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Why "Juno" is anti-rock

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The soundtrack album, out today, holds the clues about everything that's wrong with this much-hyped film.

In the liner notes to “Juno: Music from the Motion Picture,” the soundtrack album released today, director Jason Reitman writes about how the movie’s star helped choose its music, which was key in setting the pervasive sarcastic-hipster tone.

“Two months before we started shooting ‘Juno,’ Ellen Page was hanging out at my office when I asked her ‘What kind of music do you think Juno listens to?’” Reitman recalls. “Without pause, she blurted out ‘the Moldy Peaches.’” Within seconds, the actress was downloading songs by Brooklyn’s lo-fi “anti-folk” duo, including “Anyone Else but You,” the duet Reitman and screenwriter Diablo Cody, the former Chicagoan born Brook Busey, chose to provide the closing scene between 16-year-old parents Juno and Paulie Bleeker (Michael Cera).

“This song, more than any other, defined the sound of the film: a patchwork of homemade sounds made by teenagers whose sense of humor and honesty rang through the crappy tape recorder they were using to capture their chicken-scratch lyrics,” Reitman notes. And this points to the heart of the problem with “Juno.”

Here is a 29-year-old screenwriter (Cody) and a 30-year-old director (Reitman) brainstorming with a nearly 21-year-old actress (Page) and deciding that the intentionally primitive and infantile sounds recorded by a 35-year-old musician (Dawson) epitomize “the music that the kids today really listen to.” This sort of contrivance hardly smacks of the honesty and humor the filmmakers brag about, and which many critics have hailed.

“A confluence of perfection in every aspect of the film,” David Weigand wrote in the San Francisco Chronicle. “Not a single false note,” David Denby crowed in The New Yorker. The best movie of the year, said my esteemed colleague Roger Ebert. And Michael Phillips added in the Tribune: “For a while you wonder if this story of a pregnant teenager’s coming of age will exhaust you with cleverness. Then, stealthily, everything about the movie starts working together more purposefully. And by the end you’ve fallen in love with the thing.”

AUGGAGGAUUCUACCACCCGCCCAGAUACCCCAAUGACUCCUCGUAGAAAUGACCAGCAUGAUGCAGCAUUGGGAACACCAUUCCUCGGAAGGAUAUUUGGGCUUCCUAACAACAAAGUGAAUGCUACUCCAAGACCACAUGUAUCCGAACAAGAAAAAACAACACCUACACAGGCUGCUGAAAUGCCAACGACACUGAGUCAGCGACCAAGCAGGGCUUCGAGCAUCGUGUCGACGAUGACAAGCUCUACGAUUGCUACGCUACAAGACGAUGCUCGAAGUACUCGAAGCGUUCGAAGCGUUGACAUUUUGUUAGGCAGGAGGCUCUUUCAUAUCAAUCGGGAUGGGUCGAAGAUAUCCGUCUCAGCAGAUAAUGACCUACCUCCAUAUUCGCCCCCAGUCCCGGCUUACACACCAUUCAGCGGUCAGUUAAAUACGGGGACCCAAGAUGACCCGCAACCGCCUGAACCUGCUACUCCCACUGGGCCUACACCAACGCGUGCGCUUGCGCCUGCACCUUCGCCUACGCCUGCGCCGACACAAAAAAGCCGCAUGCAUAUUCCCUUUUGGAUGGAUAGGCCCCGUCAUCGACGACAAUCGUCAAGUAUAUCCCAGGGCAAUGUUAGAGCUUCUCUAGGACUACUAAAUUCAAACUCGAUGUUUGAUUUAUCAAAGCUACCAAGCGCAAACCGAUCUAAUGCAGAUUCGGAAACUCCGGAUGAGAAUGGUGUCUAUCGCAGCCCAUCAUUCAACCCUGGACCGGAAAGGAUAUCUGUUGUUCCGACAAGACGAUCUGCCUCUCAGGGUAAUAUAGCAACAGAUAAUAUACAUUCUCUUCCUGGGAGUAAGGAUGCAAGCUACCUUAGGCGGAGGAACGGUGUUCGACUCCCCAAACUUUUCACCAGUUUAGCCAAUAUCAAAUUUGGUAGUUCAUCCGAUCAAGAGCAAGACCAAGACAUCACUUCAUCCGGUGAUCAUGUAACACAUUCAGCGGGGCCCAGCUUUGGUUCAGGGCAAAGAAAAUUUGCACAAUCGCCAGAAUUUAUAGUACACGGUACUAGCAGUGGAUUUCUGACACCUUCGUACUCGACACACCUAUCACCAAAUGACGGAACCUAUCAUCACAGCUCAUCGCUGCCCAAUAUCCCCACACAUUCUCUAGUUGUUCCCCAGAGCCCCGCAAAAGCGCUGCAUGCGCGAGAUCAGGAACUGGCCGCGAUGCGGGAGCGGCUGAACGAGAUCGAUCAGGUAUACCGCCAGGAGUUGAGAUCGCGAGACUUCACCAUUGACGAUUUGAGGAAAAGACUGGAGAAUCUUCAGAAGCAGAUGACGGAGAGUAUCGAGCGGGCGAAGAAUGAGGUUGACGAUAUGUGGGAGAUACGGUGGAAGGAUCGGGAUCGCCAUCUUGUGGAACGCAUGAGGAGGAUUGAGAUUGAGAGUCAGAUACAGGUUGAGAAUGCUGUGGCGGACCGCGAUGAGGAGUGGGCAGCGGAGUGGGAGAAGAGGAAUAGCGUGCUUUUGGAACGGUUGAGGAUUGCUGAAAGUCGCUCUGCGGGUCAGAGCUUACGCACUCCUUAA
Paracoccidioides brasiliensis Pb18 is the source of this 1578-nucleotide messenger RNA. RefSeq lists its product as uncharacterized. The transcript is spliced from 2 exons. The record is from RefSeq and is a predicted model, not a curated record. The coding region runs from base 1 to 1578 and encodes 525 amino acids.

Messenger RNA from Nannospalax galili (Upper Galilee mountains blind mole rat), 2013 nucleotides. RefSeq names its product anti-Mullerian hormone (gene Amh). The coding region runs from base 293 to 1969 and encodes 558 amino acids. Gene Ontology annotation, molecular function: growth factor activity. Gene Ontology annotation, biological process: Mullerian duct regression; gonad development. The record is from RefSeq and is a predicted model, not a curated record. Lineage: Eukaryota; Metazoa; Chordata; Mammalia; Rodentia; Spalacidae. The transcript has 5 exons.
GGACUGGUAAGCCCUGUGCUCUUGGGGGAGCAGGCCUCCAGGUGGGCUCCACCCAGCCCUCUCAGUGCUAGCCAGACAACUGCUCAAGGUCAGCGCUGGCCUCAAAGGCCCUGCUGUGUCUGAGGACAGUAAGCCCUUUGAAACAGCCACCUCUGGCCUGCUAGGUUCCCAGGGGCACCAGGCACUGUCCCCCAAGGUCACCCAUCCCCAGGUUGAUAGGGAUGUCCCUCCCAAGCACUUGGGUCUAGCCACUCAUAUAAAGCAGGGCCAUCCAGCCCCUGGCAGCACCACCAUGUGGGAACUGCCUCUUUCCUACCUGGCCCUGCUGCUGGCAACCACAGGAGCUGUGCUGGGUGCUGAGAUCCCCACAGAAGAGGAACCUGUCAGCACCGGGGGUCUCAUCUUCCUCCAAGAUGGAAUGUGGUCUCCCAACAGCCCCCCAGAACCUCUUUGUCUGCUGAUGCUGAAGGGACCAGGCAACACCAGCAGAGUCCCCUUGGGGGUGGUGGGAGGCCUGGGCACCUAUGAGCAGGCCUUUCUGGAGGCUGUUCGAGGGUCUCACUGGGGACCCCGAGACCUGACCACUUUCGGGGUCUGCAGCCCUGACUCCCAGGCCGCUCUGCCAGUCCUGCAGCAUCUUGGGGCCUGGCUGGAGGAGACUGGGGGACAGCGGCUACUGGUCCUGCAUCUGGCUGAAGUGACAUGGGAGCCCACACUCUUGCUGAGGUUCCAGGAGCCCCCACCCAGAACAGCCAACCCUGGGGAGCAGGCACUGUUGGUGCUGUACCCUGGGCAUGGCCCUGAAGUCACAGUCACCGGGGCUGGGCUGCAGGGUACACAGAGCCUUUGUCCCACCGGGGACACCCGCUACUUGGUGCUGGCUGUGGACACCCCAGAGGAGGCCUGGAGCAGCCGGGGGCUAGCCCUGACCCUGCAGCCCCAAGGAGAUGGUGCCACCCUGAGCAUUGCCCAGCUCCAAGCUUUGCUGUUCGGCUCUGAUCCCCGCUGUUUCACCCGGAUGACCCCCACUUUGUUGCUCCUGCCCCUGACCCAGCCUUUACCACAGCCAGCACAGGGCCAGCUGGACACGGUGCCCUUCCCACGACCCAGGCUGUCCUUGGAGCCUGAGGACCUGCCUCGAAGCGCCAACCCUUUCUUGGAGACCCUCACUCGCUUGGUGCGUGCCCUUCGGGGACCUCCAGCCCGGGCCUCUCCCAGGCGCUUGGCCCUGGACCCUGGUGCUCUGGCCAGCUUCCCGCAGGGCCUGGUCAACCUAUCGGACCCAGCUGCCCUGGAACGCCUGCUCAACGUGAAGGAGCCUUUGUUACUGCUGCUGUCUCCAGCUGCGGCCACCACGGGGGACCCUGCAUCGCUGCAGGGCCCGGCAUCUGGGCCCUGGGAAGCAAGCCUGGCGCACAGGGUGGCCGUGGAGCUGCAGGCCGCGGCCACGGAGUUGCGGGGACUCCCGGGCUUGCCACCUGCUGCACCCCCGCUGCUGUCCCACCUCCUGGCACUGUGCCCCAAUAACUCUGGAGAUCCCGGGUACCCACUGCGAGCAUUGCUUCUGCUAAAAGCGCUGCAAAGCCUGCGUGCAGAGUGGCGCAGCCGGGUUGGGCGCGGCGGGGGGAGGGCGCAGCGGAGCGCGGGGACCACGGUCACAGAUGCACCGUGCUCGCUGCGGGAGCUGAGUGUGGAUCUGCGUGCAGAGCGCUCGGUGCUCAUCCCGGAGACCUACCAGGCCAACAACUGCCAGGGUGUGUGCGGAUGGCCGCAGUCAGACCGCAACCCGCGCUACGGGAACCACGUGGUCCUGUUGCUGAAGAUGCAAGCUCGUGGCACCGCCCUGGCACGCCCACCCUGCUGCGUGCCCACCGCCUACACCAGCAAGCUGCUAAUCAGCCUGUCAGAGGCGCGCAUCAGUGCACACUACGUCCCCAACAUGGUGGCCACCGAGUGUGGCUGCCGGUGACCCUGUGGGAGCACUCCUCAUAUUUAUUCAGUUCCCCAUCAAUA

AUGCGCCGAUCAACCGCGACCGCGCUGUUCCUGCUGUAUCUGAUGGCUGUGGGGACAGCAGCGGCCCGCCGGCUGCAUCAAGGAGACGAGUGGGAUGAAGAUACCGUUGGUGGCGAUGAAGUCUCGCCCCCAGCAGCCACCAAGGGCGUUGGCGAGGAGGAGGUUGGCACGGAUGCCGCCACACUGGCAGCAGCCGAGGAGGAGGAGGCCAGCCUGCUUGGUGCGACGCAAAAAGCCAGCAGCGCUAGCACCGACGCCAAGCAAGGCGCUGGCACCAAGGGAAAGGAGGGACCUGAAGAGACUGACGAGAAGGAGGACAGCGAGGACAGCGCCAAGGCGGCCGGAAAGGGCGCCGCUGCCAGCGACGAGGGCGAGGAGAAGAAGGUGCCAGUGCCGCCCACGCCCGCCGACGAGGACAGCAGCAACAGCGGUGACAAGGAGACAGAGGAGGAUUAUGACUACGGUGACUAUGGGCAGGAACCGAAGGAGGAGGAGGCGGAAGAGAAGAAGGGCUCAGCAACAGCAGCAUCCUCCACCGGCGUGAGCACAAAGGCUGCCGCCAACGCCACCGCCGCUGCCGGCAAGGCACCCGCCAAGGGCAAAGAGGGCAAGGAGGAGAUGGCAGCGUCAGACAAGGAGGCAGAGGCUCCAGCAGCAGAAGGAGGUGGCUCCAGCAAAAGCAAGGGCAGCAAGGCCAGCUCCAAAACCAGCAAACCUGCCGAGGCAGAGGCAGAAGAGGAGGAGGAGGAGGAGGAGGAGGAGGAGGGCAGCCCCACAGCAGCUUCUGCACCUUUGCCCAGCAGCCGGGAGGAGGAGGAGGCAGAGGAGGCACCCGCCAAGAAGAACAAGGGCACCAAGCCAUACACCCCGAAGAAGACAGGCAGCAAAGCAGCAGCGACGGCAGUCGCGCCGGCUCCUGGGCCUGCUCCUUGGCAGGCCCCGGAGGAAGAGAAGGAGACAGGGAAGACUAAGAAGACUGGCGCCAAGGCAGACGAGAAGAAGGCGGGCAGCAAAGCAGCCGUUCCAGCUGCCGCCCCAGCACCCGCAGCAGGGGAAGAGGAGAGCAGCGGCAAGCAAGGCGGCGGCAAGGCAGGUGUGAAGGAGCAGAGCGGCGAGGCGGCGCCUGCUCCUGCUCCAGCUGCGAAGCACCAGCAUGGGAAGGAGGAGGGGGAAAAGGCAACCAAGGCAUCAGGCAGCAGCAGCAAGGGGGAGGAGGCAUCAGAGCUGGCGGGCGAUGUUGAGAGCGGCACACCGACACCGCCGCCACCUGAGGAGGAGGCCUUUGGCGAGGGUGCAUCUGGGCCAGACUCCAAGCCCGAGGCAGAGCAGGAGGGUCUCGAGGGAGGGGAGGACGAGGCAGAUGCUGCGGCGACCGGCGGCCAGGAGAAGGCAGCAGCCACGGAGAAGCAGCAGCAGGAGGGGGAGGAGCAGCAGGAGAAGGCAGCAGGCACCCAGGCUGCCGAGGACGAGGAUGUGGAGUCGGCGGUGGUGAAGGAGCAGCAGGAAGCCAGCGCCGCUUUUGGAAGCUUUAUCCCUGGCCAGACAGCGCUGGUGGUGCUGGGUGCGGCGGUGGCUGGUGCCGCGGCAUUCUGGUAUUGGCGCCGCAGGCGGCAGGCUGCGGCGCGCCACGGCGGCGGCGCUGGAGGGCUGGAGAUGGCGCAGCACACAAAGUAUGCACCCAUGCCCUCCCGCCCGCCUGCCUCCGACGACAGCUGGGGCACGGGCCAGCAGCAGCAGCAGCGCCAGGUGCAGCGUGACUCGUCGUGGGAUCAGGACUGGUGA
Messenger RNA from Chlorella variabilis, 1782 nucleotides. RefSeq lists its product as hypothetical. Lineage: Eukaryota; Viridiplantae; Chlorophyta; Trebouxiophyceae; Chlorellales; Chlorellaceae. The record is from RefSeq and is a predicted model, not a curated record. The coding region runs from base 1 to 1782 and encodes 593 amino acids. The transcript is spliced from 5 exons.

Well, no: As an unapologetically old-school feminist, the father of a soon-to-be-teenage daughter, a reporter who regularly talks to actual teens as part of his beat and a plain old moviegoer, I hated, hated, hated this movie. A few of my many problems:

* The notion that kids -- even smart and sarcastic ones -- talk like Juno is a lie only thirty-something filmmakers and fifty-something movie critics could buy. You want accurate wisecracking high-school dialog? Go back to MTV’s animated “Daria” or Sara Gilbert’s Darlene on “Roseanne.” Or, as Juno says, “Honest to blog!”

* Are we really supposed to believe that a girl as intelligent and self-empowered as Juno, when determining the time to lose her virginity via a planned encounter with her best friend, neglects to bring birth control? Or that her endearingly human parents, no matter how non-judgmental, accept the news of her pregnancy so nonchalantly? And why doesn’t anybody, including the father, respectfully ask the ever-sneering Juno her reasoning for having the baby and giving it up for adoption?

* I lived in Minneapolis, where the film is set, in the early ’90s, and every day on my way to work, I passed a women’s clinic besieged by angry protestors determined to deny its patients access. It was no laughing matter, and regardless of your personal politics at a time when the future of Roe v. Wade is very much in doubt, the clinicians, the patients and even the protestors all deserve more complex, nuanced and thoughtful portraits than the simplistic and insulting caricatures drawn by Cody.

We can debate whether the message of “Juno” is anti-abortion and therefore anti-woman, despite its arch post-feminist veneer. But there’s no arguing that the movie is anti-rock, at least if we still define rock as an honest expression of youthful rebellion.

Sure, Juno gives lip service to loving Iggy and the Stooges and Patti Smith. But there isn’t a hint of the anger and lust for life of those pioneering punks in the sort of twee indie-rock that Juno loves. The soundtrack is dominated by the sickeningly saccharine Belle & Sebastian, Cat Power, Antsy Pants and most of all Kimya Dawson, who claims seven of the 19 tracks.

Dawson first made her name beside Adam Green as half of the Moldy Peaches, but that band went on hiatus in 2003. Since then, she’s been a prolific solo artist, pausing only to give birth to a daughter named Panda Delilah in 2006. Dawson attempts to channel her own inner infant with deliberately sing-song vocals, beyond-amateurish musicianship and faux-juvenile lyrics. A sample from “Loose Lips,” which powers a key scene in the movie:

“So if you wanna burn yourself remember that I love you/And if you wanna cut yourself remember that I love you/And if you wanna kill yourself remember that I love you/Call me up before you’re dead, we can make some plans instead/Send me an IM, I’ll be your friend.”